Thursday, January 13, 2005

Singapore Tourism Board sets ambitious targets 

The Singapore Tourism Board wants more tourists to come — many more, in fact.

Singapore aims to double tourist arrivals in next decade
The Singapore Tourism Board has set bold targets for the next decade. It aims to triple tourism receipts to S$30 billion, double tourist arrivals to 17 million, and create 100,000 additional jobs in the tourism industry by 2015.
Today, The Straits Times reported that members of the industry say “all Singaporeans need to get in on the act”.

[E]veryone in the industry agrees on one thing: Singapore needs to brush up on its service. And that requires a change in mindset among Singaporeans...

President of the Singapore Retailers Association Jannie Tay said: “Singaporeans are ambitious and always seek high level positions, but what will be a greater need are entry level, hard-working front-line service staff... The local workforce, by and large, lacks the right attitude and aptitude to fill these jobs.”

Unless the people change their attitude, Mr Rajakumar [Chandra, the Little India Shopkeepers and Heritage Association’s honorary secretary] said, Singapore will have to resort to labour imports.
Labour imports would obviously negate one of the reasons for the Singapore Tourism Board’s plan.

The relatively poor quality of service staff in Singapore is well-known. But it’s not always the workers’ fault. Employers and customers (see a previous post on the latter) have roles to play in their performance. People in the service industry need to do more than just complain about workers’ attitude.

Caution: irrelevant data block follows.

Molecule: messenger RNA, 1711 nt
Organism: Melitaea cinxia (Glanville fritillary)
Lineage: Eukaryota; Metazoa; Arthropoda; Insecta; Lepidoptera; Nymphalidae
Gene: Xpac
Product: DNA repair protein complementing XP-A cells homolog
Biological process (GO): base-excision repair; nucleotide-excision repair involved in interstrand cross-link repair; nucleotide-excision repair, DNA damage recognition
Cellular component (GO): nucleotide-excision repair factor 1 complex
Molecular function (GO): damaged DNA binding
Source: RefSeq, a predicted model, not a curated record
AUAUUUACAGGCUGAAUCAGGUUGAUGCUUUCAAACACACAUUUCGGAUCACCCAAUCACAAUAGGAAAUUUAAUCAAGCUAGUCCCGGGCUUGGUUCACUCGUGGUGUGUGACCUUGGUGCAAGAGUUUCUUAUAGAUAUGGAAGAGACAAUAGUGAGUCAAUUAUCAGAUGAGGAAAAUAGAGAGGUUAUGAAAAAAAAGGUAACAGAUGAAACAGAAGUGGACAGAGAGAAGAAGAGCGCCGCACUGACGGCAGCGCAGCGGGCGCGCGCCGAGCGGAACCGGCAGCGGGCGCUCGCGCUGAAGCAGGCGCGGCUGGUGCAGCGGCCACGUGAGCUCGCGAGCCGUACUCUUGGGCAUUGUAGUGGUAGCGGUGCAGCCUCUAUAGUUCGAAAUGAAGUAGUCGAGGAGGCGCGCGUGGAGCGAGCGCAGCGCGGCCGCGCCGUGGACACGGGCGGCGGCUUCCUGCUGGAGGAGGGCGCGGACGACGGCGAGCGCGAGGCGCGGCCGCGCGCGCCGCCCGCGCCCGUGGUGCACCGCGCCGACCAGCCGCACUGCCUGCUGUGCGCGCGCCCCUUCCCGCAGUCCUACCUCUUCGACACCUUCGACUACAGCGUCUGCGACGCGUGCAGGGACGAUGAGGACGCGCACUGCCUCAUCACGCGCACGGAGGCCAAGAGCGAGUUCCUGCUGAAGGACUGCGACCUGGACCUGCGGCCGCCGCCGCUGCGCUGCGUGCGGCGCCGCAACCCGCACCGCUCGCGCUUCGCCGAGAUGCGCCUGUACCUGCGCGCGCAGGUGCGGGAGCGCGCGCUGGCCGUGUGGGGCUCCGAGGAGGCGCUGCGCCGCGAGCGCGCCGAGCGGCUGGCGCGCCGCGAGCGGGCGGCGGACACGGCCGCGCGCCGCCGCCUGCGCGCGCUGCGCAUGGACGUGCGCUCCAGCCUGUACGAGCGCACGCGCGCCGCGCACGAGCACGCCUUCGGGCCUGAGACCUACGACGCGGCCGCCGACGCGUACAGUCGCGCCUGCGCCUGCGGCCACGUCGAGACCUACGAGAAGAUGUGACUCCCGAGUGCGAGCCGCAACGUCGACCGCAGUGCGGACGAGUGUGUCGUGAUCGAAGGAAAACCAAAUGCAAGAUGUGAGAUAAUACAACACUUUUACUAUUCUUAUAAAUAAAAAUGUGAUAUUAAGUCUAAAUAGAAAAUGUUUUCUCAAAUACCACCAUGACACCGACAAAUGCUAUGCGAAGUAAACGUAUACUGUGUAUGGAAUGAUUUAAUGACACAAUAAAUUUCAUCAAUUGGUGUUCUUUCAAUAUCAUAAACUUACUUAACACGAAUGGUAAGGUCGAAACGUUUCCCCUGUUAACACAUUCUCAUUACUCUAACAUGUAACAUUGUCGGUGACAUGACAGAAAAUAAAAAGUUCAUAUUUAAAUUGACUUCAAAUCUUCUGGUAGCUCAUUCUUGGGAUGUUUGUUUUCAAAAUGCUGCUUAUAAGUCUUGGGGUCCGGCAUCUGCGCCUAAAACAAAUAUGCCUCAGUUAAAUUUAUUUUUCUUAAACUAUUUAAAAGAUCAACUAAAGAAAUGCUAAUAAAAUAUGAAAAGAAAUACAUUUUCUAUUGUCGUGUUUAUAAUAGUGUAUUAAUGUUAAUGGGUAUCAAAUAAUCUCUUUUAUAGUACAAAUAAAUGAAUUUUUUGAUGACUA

But part of the problem with a top-directed economy is that it often moves off in a direction before all the pieces are in place. In the early 1980s, the Singapore government wanted a higher value-added economy and so it forced up wages, but since Singaporeans couldn’t immediately become more productive, this only helped precipitate a recession in 1985. In the 1990s, it wanted to build up Singapore’s financial industry, but with regulatory oversight lacking, it only helped Nick Leeson bring down Barings Bank in 1995.

This is not to say that the moves were necessarily wrong. Only that when the government tries to move things by pulling people from the top, the experience can be quite hair-raising.

Maybe the Singapore Tourism Board should just be satisfied with the spillover traffic resulting from the tsunami disaster.

Singapore replaces Thailand after tsunami
Following a downturn in business in Southeast Asia, tours to Singapore during the post-tsunami period have increased by 20 to 30 percent, compared to the same time in the previous year, the Youth Daily reported today... “Instead of Thailand, Singapore is now the leader among the Southeast Asia tourist destinations. This provides a profitable opportunity for us,” according to several local famous travel agencies...
Hopefully, Singapore’s tourism industry can handle that.


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